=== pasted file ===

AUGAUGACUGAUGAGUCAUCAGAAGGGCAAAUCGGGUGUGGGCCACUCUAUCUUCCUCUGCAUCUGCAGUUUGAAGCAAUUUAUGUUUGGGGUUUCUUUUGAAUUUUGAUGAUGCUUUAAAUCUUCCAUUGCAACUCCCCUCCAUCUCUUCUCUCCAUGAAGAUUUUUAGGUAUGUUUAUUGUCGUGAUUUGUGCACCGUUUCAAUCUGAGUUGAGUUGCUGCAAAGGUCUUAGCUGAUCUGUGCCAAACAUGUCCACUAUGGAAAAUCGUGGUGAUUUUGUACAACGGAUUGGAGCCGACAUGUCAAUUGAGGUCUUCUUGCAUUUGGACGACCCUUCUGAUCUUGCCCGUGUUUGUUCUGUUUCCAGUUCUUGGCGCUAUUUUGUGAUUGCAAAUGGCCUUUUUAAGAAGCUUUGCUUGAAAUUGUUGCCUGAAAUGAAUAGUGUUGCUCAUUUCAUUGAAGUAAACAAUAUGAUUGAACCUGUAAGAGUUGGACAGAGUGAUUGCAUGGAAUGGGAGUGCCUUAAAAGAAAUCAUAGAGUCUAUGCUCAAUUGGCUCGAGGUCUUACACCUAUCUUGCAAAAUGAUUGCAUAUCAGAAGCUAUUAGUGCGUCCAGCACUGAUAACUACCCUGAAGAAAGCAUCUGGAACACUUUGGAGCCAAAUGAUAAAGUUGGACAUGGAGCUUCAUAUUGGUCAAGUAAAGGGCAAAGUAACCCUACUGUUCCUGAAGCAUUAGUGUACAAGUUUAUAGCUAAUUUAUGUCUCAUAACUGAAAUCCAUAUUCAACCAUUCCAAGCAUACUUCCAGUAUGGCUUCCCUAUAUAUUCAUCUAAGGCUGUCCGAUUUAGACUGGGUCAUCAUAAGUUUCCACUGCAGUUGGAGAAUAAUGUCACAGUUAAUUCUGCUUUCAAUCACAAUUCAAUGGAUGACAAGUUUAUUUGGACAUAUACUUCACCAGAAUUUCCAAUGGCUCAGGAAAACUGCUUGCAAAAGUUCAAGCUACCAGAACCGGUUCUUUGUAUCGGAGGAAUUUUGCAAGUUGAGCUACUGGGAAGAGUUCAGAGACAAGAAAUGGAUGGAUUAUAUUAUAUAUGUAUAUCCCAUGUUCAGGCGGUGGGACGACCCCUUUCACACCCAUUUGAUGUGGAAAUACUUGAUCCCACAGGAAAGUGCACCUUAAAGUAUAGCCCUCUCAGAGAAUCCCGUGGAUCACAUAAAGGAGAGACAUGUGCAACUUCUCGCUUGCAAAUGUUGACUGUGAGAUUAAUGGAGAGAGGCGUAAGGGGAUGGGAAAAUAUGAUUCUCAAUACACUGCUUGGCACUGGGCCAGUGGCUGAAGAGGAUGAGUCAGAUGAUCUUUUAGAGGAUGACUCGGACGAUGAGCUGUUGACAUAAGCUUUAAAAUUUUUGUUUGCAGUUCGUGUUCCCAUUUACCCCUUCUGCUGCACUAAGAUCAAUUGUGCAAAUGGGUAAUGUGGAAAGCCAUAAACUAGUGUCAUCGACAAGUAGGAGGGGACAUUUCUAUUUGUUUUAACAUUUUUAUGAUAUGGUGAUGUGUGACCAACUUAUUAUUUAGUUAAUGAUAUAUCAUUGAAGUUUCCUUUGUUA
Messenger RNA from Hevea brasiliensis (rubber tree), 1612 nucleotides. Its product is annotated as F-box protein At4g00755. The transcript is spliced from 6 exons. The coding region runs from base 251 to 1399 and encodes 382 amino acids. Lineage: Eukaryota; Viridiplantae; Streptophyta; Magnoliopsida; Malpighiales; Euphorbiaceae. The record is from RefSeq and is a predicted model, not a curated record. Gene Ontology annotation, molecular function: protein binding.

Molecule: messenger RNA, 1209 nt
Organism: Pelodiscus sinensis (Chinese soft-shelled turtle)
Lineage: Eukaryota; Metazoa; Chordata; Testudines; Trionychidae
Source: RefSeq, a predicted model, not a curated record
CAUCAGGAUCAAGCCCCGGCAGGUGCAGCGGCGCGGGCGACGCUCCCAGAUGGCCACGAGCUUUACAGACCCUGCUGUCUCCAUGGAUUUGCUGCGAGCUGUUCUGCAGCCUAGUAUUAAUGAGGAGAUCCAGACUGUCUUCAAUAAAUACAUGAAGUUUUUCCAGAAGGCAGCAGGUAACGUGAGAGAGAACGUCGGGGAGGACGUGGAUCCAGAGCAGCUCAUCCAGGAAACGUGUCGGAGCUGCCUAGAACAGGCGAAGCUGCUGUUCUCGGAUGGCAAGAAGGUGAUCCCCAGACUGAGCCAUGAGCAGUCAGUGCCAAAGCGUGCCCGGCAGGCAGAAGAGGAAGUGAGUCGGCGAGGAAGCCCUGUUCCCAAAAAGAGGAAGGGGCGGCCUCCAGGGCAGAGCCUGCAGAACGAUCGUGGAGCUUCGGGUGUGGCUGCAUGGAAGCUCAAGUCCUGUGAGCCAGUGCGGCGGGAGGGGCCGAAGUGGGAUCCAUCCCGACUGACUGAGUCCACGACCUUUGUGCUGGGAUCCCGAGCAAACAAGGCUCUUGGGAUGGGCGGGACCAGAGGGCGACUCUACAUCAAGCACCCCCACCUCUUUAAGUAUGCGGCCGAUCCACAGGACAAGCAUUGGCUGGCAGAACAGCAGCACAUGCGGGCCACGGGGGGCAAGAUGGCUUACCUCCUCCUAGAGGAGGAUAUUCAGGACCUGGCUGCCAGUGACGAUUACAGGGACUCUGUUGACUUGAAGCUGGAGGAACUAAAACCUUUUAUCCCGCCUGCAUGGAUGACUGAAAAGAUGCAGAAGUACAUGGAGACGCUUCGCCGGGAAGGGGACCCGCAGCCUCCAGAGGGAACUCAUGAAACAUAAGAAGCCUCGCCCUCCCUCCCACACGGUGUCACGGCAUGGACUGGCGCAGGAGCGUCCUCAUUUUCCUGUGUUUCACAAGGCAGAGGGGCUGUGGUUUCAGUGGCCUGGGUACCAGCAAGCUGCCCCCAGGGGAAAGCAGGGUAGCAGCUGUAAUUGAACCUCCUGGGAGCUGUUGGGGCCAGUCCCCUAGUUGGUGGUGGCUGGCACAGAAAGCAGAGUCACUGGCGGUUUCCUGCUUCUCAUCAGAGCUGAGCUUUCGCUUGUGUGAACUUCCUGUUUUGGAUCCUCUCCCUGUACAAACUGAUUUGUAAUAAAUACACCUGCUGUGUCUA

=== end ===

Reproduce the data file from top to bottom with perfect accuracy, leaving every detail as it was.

AUGAUGACUGAUGAGUCAUCAGAAGGGCAAAUCGGGUGUGGGCCACUCUAUCUUCCUCUGCAUCUGCAGUUUGAAGCAAUUUAUGUUUGGGGUUUCUUUUGAAUUUUGAUGAUGCUUUAAAUCUUCCAUUGCAACUCCCCUCCAUCUCUUCUCUCCAUGAAGAUUUUUAGGUAUGUUUAUUGUCGUGAUUUGUGCACCGUUUCAAUCUGAGUUGAGUUGCUGCAAAGGUCUUAGCUGAUCUGUGCCAAACAUGUCCACUAUGGAAAAUCGUGGUGAUUUUGUACAACGGAUUGGAGCCGACAUGUCAAUUGAGGUCUUCUUGCAUUUGGACGACCCUUCUGAUCUUGCCCGUGUUUGUUCUGUUUCCAGUUCUUGGCGCUAUUUUGUGAUUGCAAAUGGCCUUUUUAAGAAGCUUUGCUUGAAAUUGUUGCCUGAAAUGAAUAGUGUUGCUCAUUUCAUUGAAGUAAACAAUAUGAUUGAACCUGUAAGAGUUGGACAGAGUGAUUGCAUGGAAUGGGAGUGCCUUAAAAGAAAUCAUAGAGUCUAUGCUCAAUUGGCUCGAGGUCUUACACCUAUCUUGCAAAAUGAUUGCAUAUCAGAAGCUAUUAGUGCGUCCAGCACUGAUAACUACCCUGAAGAAAGCAUCUGGAACACUUUGGAGCCAAAUGAUAAAGUUGGACAUGGAGCUUCAUAUUGGUCAAGUAAAGGGCAAAGUAACCCUACUGUUCCUGAAGCAUUAGUGUACAAGUUUAUAGCUAAUUUAUGUCUCAUAACUGAAAUCCAUAUUCAACCAUUCCAAGCAUACUUCCAGUAUGGCUUCCCUAUAUAUUCAUCUAAGGCUGUCCGAUUUAGACUGGGUCAUCAUAAGUUUCCACUGCAGUUGGAGAAUAAUGUCACAGUUAAUUCUGCUUUCAAUCACAAUUCAAUGGAUGACAAGUUUAUUUGGACAUAUACUUCACCAGAAUUUCCAAUGGCUCAGGAAAACUGCUUGCAAAAGUUCAAGCUACCAGAACCGGUUCUUUGUAUCGGAGGAAUUUUGCAAGUUGAGCUACUGGGAAGAGUUCAGAGACAAGAAAUGGAUGGAUUAUAUUAUAUAUGUAUAUCCCAUGUUCAGGCGGUGGGACGACCCCUUUCACACCCAUUUGAUGUGGAAAUACUUGAUCCCACAGGAAAGUGCACCUUAAAGUAUAGCCCUCUCAGAGAAUCCCGUGGAUCACAUAAAGGAGAGACAUGUGCAACUUCUCGCUUGCAAAUGUUGACUGUGAGAUUAAUGGAGAGAGGCGUAAGGGGAUGGGAAAAUAUGAUUCUCAAUACACUGCUUGGCACUGGGCCAGUGGCUGAAGAGGAUGAGUCAGAUGAUCUUUUAGAGGAUGACUCGGACGAUGAGCUGUUGACAUAAGCUUUAAAAUUUUUGUUUGCAGUUCGUGUUCCCAUUUACCCCUUCUGCUGCACUAAGAUCAAUUGUGCAAAUGGGUAAUGUGGAAAGCCAUAAACUAGUGUCAUCGACAAGUAGGAGGGGACAUUUCUAUUUGUUUUAACAUUUUUAUGAUAUGGUGAUGUGUGACCAACUUAUUAUUUAGUUAAUGAUAUAUCAUUGAAGUUUCCUUUGUUA
Messenger RNA from Hevea brasiliensis (rubber tree), 1612 nucleotides. Its product is annotated as F-box protein At4g00755. The transcript is spliced from 6 exons. The coding region runs from base 251 to 1399 and encodes 382 amino acids. Lineage: Eukaryota; Viridiplantae; Streptophyta; Magnoliopsida; Malpighiales; Euphorbiaceae. The record is from RefSeq and is a predicted model, not a curated record. Gene Ontology annotation, molecular function: protein binding.

Molecule: messenger RNA, 1209 nt
Organism: Pelodiscus sinensis (Chinese soft-shelled turtle)
Lineage: Eukaryota; Metazoa; Chordata; Testudines; Trionychidae
Source: RefSeq, a predicted model, not a curated record
CAUCAGGAUCAAGCCCCGGCAGGUGCAGCGGCGCGGGCGACGCUCCCAGAUGGCCACGAGCUUUACAGACCCUGCUGUCUCCAUGGAUUUGCUGCGAGCUGUUCUGCAGCCUAGUAUUAAUGAGGAGAUCCAGACUGUCUUCAAUAAAUACAUGAAGUUUUUCCAGAAGGCAGCAGGUAACGUGAGAGAGAACGUCGGGGAGGACGUGGAUCCAGAGCAGCUCAUCCAGGAAACGUGUCGGAGCUGCCUAGAACAGGCGAAGCUGCUGUUCUCGGAUGGCAAGAAGGUGAUCCCCAGACUGAGCCAUGAGCAGUCAGUGCCAAAGCGUGCCCGGCAGGCAGAAGAGGAAGUGAGUCGGCGAGGAAGCCCUGUUCCCAAAAAGAGGAAGGGGCGGCCUCCAGGGCAGAGCCUGCAGAACGAUCGUGGAGCUUCGGGUGUGGCUGCAUGGAAGCUCAAGUCCUGUGAGCCAGUGCGGCGGGAGGGGCCGAAGUGGGAUCCAUCCCGACUGACUGAGUCCACGACCUUUGUGCUGGGAUCCCGAGCAAACAAGGCUCUUGGGAUGGGCGGGACCAGAGGGCGACUCUACAUCAAGCACCCCCACCUCUUUAAGUAUGCGGCCGAUCCACAGGACAAGCAUUGGCUGGCAGAACAGCAGCACAUGCGGGCCACGGGGGGCAAGAUGGCUUACCUCCUCCUAGAGGAGGAUAUUCAGGACCUGGCUGCCAGUGACGAUUACAGGGACUCUGUUGACUUGAAGCUGGAGGAACUAAAACCUUUUAUCCCGCCUGCAUGGAUGACUGAAAAGAUGCAGAAGUACAUGGAGACGCUUCGCCGGGAAGGGGACCCGCAGCCUCCAGAGGGAACUCAUGAAACAUAAGAAGCCUCGCCCUCCCUCCCACACGGUGUCACGGCAUGGACUGGCGCAGGAGCGUCCUCAUUUUCCUGUGUUUCACAAGGCAGAGGGGCUGUGGUUUCAGUGGCCUGGGUACCAGCAAGCUGCCCCCAGGGGAAAGCAGGGUAGCAGCUGUAAUUGAACCUCCUGGGAGCUGUUGGGGCCAGUCCCCUAGUUGGUGGUGGCUGGCACAGAAAGCAGAGUCACUGGCGGUUUCCUGCUUCUCAUCAGAGCUGAGCUUUCGCUUGUGUGAACUUCCUGUUUUGGAUCCUCUCCCUGUACAAACUGAUUUGUAAUAAAUACACCUGCUGUGUCUA